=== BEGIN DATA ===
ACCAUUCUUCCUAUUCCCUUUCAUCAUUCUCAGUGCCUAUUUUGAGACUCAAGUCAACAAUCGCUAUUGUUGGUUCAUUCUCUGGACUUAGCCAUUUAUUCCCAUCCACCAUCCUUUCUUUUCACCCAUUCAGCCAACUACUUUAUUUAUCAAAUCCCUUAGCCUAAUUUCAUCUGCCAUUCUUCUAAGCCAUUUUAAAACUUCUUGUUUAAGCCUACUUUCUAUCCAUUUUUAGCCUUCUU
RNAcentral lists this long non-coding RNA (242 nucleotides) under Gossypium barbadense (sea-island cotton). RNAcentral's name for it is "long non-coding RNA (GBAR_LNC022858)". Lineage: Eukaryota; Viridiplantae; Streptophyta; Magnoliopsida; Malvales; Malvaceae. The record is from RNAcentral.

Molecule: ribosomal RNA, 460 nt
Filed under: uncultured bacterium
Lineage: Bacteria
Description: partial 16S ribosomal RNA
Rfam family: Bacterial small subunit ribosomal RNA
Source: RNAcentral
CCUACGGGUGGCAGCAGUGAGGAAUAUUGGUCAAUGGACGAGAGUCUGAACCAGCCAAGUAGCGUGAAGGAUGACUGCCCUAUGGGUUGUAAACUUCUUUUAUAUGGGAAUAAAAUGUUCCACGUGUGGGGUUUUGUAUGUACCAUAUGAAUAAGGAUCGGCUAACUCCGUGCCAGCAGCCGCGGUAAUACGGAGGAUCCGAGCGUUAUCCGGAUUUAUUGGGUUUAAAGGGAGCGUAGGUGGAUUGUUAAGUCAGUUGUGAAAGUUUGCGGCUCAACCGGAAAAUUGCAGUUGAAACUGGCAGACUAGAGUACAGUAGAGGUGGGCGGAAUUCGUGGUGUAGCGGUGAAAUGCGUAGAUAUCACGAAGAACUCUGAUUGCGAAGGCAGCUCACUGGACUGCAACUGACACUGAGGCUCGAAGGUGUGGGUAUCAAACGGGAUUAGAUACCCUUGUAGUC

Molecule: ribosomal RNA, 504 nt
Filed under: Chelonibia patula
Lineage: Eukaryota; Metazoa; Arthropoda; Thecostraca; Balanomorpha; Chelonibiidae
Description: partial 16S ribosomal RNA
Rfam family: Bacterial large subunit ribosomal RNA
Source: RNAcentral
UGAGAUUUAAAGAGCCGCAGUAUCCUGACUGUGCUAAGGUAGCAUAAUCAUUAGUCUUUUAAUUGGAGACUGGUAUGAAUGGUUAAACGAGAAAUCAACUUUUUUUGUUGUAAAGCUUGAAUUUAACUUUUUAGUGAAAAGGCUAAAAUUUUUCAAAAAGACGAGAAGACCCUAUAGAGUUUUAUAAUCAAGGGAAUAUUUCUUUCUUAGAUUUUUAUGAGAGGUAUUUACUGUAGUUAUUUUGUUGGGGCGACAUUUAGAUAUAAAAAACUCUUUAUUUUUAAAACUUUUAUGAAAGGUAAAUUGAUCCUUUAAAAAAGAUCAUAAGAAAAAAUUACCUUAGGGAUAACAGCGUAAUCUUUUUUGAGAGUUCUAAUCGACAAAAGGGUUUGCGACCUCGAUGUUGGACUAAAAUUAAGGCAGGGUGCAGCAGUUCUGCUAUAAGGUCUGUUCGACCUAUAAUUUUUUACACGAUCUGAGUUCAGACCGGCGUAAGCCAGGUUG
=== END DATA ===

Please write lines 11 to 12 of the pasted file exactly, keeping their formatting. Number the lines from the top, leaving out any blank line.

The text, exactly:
Filed under: Chelonibia patula
Lineage: Eukaryota; Metazoa; Arthropoda; Thecostraca; Balanomorpha; Chelonibiidae